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Magnetic resonance imaging (MRI) uses a large magnet and radio waves to look at organs and structures inside your body. Health care professionals use MRI scans to diagnose a variety of conditions, from torn ligaments to tumors. MRIs are very useful for examining the brain and spinal cord.
During the scan, you lie on a table that slides inside a tunnel-shaped machine. Doing the scan can take a long time, and you must stay still. The scan is painless. The MRI machine makes a lot of noise. The technician may offer you earplugs.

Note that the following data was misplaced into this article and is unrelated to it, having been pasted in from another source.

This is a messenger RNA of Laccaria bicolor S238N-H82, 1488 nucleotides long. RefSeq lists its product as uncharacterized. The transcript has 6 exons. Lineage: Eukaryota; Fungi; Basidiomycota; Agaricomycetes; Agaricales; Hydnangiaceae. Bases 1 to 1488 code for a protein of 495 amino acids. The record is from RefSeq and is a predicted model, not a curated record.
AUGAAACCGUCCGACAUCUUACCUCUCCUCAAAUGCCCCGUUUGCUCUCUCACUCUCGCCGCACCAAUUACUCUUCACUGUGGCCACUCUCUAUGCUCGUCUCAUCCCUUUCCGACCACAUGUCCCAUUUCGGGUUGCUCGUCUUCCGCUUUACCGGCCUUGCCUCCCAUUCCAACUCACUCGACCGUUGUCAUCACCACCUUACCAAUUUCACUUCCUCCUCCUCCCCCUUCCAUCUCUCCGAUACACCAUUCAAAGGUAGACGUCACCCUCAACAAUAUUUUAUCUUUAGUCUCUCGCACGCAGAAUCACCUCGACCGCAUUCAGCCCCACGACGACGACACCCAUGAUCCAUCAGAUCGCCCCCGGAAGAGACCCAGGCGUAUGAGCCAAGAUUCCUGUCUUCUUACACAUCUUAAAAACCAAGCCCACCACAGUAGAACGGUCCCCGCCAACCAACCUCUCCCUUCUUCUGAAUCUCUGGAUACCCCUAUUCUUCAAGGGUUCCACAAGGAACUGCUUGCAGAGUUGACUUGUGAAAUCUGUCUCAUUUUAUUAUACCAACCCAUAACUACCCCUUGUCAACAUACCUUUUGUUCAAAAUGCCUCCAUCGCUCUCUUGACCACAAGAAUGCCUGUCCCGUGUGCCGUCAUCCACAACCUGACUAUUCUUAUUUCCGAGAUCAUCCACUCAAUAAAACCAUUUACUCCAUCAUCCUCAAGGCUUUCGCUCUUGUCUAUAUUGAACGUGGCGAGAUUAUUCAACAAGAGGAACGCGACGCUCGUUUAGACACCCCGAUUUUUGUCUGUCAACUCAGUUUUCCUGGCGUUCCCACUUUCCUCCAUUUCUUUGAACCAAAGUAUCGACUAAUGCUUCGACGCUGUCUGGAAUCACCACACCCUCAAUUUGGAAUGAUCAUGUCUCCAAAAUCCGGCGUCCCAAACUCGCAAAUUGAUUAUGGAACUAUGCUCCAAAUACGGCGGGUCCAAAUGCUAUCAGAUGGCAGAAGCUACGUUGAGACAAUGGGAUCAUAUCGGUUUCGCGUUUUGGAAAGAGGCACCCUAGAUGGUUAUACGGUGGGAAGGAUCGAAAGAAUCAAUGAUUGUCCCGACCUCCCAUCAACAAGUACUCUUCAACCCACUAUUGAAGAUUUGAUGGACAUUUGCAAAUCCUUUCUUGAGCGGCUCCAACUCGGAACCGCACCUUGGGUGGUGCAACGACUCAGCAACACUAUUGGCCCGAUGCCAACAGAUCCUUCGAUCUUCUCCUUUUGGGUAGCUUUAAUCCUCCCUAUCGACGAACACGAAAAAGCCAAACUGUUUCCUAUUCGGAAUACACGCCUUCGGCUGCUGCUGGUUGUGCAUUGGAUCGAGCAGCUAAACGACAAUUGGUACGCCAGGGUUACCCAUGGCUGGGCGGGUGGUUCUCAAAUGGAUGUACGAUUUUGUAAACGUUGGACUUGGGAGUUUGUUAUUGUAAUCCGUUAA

Before you get a scan, tell your doctor if you
- Are pregnant
- Have pieces of metal in your body. You might have metal in your body if you have a shrapnel or bullet injury or if you are a welder
- Have metal or electronic devices in your body, such as a cardiac pacemaker or a metal artificial joint
Additional information on the benefits and risks of a specific MRI procedure, how to prepare, and what to expect...